Cubs’ fans need to take a deep breath and realize the team did the right thing at the non-waiver deadline
There’s a certain perception among Chicago Cubs’ fans that by not getting a Cole Hamels, David Price or Tyson Ross that they don’t really care about winning this season and that the talk of “resources being available” was a lie. If you’re one of those fans, I have bad news. You’re wrong on both accounts. The media can spin the deadline deals either way. That the Cubs were inactive and “losers” at the deadline, or that they stuck with the plan and didn’t do anything they shouldn’t have. The latter would be correct.
To get Dan Haren from the Miami Marlins, the Cubs gave up two prospects that, outside of die-hard fans and baseball people–probably didn’t have a clue who they were. And the Marlins sent back cash considerations on top of that. While the cries of many were for another ace in the rotation, the Cubs did indeed improve the rotation without sacrificing top prospects, taking on a large contract or simply renting a player for a few months at a ridiculous cost.
Although six years removed from his last All-Star campaign, Haren has still provided consistency as a reliable starter. He’s started at least 30 games every season since 2005, eclipsing 200 innings pitched seven times. In recent years, it’s down a bit. But he’s a 13-year veteran, he isn’t going to pitch as many innings as he once did. And although it’s been a while since he pitched in the postseason, he’s another guy that has been there and knows what it takes. With this young Cubs team, every bit of that will help.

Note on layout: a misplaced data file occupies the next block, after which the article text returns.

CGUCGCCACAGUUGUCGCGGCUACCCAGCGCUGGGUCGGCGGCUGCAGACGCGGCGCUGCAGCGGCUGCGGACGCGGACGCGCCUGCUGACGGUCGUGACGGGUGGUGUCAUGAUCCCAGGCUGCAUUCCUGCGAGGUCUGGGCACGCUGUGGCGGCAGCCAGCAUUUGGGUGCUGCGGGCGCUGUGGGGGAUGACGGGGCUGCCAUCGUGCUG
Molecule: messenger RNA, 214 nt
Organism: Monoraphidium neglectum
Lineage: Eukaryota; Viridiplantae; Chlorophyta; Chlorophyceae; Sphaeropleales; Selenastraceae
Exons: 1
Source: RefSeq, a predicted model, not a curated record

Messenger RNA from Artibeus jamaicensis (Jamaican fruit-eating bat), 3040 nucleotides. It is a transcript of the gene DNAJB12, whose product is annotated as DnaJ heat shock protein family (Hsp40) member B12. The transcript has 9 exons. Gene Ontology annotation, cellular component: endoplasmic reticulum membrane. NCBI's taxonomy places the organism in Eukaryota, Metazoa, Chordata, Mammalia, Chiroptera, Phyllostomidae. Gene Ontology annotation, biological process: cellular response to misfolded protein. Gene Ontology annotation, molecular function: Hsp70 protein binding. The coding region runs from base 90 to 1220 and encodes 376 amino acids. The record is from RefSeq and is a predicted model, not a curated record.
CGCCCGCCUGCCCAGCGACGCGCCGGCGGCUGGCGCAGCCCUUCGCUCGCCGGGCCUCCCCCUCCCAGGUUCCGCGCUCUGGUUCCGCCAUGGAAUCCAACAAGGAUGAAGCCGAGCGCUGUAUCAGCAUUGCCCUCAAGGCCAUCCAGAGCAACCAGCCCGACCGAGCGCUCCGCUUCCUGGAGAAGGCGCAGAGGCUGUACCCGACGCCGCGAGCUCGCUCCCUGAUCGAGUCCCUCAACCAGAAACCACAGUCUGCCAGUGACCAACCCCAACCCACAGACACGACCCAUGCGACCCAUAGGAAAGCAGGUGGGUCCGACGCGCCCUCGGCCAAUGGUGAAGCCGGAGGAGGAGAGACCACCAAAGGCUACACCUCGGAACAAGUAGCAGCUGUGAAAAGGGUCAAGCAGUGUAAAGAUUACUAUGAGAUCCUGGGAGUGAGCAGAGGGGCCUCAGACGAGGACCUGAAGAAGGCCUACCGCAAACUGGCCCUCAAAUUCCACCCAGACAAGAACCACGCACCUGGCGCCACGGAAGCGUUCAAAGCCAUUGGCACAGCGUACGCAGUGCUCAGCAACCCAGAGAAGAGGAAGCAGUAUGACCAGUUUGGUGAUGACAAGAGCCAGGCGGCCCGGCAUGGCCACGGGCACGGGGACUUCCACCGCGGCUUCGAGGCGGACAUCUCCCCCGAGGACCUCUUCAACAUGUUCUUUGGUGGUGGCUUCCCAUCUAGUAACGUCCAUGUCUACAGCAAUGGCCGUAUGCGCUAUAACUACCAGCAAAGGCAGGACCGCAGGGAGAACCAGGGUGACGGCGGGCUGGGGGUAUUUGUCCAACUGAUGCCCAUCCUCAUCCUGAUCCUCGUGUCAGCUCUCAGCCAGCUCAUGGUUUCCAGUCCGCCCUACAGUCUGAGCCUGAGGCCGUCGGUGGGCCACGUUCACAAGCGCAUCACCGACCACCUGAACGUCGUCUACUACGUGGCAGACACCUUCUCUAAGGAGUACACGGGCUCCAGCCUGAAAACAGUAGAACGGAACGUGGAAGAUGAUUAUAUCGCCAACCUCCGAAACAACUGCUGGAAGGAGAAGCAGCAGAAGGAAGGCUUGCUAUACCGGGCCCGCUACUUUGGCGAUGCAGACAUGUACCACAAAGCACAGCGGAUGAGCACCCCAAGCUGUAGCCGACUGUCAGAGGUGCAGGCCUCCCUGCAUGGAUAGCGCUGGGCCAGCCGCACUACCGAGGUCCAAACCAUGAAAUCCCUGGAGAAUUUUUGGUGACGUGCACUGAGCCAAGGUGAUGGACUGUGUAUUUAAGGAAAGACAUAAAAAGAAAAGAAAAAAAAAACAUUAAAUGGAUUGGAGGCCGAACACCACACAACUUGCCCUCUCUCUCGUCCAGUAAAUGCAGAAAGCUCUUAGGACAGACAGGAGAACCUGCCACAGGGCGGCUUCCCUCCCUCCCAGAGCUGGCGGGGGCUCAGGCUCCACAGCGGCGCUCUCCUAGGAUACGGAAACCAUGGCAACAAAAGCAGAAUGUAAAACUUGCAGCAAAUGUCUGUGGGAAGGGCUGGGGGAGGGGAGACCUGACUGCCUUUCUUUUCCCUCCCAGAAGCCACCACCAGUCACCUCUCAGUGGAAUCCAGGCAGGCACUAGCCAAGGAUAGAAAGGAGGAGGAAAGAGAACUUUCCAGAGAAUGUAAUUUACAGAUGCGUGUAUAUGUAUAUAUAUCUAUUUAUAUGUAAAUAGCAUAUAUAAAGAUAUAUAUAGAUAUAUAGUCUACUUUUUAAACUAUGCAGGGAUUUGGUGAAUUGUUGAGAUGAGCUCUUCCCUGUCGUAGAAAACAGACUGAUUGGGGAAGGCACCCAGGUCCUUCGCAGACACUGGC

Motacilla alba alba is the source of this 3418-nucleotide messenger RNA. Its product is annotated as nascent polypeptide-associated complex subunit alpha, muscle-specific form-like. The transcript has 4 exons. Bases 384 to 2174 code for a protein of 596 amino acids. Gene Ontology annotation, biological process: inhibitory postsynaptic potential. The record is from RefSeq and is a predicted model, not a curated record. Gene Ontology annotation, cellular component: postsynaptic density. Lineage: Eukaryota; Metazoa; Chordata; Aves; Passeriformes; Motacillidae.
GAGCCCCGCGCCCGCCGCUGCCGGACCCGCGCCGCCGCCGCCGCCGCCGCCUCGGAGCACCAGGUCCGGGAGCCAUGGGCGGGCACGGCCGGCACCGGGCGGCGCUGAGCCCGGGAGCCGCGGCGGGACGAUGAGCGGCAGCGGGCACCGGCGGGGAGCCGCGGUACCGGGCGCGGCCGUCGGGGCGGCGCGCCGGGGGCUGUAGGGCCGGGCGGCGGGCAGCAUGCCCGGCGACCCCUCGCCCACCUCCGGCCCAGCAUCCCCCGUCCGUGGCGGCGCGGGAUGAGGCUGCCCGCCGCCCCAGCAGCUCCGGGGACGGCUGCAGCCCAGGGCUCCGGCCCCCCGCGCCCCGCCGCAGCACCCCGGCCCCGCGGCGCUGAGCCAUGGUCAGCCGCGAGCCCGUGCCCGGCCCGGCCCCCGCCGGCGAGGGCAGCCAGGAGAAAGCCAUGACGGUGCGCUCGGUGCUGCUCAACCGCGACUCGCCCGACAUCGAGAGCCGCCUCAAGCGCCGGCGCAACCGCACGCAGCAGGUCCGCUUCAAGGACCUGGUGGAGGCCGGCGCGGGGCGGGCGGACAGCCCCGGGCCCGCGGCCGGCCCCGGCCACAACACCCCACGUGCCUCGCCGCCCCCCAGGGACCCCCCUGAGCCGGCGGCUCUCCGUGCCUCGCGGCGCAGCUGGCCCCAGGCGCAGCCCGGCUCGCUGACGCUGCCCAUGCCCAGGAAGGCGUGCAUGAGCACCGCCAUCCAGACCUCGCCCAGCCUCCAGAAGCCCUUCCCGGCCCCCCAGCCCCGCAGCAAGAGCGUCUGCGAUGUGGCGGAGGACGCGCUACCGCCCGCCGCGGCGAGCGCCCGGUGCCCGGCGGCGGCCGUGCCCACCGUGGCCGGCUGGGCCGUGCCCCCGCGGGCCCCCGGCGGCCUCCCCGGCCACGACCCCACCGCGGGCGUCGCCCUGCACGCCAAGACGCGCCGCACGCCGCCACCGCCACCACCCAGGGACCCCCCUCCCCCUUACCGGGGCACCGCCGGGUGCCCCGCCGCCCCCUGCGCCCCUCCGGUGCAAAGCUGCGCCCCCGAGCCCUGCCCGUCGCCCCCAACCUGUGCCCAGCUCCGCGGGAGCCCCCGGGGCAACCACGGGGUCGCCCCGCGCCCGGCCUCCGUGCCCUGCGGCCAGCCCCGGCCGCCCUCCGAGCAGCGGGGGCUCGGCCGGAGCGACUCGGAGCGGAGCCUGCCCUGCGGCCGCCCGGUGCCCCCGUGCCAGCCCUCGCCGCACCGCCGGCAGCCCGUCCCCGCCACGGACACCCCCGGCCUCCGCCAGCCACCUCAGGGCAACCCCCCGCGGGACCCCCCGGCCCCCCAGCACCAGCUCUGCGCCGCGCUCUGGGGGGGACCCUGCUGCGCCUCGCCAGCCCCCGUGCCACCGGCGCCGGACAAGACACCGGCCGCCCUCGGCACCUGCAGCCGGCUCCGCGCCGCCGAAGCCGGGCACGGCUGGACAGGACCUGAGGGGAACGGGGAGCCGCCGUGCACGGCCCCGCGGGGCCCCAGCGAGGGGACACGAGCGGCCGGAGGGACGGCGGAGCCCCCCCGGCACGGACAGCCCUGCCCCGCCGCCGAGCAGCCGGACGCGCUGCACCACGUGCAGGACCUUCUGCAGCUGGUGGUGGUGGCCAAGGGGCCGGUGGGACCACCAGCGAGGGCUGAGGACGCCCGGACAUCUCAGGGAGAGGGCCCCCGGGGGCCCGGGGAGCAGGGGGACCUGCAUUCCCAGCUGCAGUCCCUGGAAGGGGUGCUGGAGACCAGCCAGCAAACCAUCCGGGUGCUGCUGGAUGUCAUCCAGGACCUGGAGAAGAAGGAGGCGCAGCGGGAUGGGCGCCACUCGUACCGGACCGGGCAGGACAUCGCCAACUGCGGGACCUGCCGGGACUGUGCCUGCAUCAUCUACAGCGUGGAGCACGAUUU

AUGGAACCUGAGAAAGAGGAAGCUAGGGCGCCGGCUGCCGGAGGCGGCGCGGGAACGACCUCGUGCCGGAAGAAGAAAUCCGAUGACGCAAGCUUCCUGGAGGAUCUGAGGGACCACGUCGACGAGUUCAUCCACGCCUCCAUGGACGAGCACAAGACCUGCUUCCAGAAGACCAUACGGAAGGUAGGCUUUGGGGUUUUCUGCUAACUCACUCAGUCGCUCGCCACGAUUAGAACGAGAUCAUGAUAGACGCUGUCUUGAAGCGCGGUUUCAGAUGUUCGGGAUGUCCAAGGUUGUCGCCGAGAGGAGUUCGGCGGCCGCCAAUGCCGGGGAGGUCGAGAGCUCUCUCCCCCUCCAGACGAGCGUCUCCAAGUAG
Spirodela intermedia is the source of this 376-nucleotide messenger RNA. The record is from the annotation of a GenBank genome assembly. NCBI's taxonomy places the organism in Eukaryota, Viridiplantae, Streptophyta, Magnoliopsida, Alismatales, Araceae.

In acquiring Tommy Hunter from the Baltimore Orioles, the Cubs were able to make a one-on-one swap for Junior Lake. I like Lake, I always have. And while he has the tools, the change of scenery will be the best thing that could happen. He struggled to catch on in Chicago, and right now there really isn’t a place for him–as I would envision Arismendy Alcantara to be the “next man up” in the outfield.
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Hunter was once a starter, going 13-4 in 2010 with the Texas Rangers. After a few seasons of failing to repeat that success, the Orioles moved him to the bullpen in 2012. Since 2013 as strictly a reliever, Hunter has posted a 3.05 ERA in 191 2/3 innings. He’s saved 15 games, but in that time has also blown nine, so he’ll fill in as a “replacement” for Neil Ramirez who is returning to the DL with an oblique issue. After being slowly worked back in after shoulder issues, the oblique setback is disappointing for a guy who many expected to be a big part of this bullpen.
Hunter is a guy who hasn’t made an All-Star team, led the league in any statistical categories or made his name well-known. The thing is, outside of the starters and the closers, if you don’t hear much about the middle guys in the bullpen, that’s a good thing. It means they’re doing their job and that’s all you ask.
The objective at the trade deadline is to make your team better or to help build it to be better in the future. For once the Cubs were buyers, and what moves they did make indeed should improve this team. But by not making the “blockbuster” move that so many wanted to see they kept the farm system intact, and the checkbook will still be ready to go this winter. They improved for the “now”, while still protecting for the future.
Fighting for the second Wild Card spot is not the time to “go big”. Theo Epstein and Jed Hoyer will eventually make everyone happy with a big signing or trade. But until then, like Joe Maddon has alluded to, this team has so much more in the tank. Several players have underperformed and it’s made people call for the Cubs to add more–when in reality they need what they have to do what’s expected.